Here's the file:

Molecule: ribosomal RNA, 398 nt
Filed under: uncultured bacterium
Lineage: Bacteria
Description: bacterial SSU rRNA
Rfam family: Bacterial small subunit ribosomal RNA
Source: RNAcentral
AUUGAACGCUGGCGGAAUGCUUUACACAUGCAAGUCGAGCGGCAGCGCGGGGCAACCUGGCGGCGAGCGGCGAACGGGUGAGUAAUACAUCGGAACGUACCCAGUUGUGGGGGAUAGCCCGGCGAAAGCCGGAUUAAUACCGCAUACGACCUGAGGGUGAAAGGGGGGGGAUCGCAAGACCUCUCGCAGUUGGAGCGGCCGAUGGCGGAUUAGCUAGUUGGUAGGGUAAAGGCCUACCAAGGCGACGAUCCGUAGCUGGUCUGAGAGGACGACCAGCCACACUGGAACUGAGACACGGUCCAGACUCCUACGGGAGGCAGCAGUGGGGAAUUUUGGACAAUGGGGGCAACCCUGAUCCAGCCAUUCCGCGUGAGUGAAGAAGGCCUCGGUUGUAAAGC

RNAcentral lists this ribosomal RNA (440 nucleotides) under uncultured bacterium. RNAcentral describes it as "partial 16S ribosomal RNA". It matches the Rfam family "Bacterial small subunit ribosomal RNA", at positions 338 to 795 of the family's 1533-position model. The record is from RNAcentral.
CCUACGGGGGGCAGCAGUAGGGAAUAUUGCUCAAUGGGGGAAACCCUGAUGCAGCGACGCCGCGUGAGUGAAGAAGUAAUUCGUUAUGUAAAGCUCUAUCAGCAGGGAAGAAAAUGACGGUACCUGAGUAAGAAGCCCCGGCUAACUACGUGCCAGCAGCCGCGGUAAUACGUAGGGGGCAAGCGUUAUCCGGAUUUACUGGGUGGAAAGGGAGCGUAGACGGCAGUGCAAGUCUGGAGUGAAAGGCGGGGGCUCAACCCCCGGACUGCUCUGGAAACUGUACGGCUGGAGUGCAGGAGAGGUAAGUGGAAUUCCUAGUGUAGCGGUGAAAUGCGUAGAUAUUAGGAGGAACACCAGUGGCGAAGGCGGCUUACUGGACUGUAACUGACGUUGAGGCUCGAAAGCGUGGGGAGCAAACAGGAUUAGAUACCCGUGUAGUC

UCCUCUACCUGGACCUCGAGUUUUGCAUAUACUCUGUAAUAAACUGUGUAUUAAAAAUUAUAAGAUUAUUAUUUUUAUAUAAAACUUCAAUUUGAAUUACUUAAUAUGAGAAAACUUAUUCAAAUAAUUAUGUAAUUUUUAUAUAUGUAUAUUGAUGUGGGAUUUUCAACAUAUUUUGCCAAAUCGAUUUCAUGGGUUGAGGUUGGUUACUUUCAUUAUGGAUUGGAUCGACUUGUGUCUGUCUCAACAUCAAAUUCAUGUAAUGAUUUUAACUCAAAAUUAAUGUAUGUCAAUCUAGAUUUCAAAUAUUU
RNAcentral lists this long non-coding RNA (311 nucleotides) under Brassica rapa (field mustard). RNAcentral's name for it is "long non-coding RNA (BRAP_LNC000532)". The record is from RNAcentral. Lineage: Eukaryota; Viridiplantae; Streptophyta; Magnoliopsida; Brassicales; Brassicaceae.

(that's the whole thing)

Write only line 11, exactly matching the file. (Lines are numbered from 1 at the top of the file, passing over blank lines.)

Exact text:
RNAcentral lists this long non-coding RNA (311 nucleotides) under Brassica rapa (field mustard). RNAcentral's name for it is "long non-coding RNA (BRAP_LNC000532)". The record is from RNAcentral. Lineage: Eukaryota; Viridiplantae; Streptophyta; Magnoliopsida; Brassicales; Brassicaceae.